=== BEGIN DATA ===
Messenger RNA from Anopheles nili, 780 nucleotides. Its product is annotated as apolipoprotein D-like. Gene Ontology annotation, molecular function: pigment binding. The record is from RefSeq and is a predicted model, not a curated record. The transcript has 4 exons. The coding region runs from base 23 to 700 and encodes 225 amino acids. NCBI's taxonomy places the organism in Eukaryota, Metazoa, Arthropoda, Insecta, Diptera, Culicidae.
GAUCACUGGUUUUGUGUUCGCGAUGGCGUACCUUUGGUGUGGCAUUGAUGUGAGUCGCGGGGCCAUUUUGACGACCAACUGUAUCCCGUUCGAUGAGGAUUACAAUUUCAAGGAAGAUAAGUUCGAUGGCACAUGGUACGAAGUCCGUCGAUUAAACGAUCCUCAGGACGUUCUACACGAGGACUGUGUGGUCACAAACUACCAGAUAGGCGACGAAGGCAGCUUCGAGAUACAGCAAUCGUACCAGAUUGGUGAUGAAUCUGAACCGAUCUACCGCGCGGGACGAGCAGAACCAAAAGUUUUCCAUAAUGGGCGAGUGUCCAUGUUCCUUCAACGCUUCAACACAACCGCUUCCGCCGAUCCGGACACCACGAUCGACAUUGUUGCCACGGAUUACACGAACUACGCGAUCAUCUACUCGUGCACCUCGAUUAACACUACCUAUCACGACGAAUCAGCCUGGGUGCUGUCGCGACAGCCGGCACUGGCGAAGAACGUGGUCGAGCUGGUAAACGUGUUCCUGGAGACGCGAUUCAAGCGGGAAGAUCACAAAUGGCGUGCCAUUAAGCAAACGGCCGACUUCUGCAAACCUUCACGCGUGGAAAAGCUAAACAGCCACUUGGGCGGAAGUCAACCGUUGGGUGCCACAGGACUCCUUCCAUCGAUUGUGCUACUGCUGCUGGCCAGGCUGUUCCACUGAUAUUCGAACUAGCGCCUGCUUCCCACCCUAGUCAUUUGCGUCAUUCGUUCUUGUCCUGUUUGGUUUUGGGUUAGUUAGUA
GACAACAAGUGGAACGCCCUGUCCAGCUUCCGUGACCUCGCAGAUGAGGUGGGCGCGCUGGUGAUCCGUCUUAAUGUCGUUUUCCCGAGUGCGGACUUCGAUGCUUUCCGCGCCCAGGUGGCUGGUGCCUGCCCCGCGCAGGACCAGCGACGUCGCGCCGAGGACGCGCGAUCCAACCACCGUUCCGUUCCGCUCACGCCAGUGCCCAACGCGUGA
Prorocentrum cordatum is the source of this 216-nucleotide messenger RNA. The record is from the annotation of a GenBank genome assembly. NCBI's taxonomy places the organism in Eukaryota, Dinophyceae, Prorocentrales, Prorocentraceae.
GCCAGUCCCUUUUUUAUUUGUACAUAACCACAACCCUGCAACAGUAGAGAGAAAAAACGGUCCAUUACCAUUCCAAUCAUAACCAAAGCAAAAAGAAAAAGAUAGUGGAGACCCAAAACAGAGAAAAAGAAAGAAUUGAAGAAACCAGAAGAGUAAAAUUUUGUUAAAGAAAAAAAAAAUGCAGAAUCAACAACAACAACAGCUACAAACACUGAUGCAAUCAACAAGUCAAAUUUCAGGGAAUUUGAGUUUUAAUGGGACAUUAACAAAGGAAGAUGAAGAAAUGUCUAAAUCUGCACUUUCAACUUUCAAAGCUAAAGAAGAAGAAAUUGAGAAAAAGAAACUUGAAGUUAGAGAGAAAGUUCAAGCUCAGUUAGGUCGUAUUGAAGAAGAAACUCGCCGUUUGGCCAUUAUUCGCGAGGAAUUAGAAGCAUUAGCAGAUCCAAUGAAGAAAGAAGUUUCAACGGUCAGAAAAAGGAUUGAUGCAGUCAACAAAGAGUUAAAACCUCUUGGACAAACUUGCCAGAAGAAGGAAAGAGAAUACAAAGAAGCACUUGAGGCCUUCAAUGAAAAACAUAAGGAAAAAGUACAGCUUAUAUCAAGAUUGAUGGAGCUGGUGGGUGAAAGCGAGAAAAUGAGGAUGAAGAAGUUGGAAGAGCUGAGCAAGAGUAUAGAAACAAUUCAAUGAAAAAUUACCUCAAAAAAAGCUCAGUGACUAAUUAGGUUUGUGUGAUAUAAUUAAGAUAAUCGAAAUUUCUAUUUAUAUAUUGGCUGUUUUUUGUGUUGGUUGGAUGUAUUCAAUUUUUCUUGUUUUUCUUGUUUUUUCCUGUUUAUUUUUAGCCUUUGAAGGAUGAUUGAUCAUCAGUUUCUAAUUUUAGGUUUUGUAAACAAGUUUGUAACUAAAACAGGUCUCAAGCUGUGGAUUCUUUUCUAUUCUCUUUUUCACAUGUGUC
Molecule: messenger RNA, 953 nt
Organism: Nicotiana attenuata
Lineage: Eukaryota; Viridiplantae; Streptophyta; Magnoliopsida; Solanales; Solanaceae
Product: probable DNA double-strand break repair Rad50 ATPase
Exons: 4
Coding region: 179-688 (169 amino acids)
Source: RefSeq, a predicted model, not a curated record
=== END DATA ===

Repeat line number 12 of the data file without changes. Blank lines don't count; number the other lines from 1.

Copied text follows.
Source: RefSeq, a predicted model, not a curated record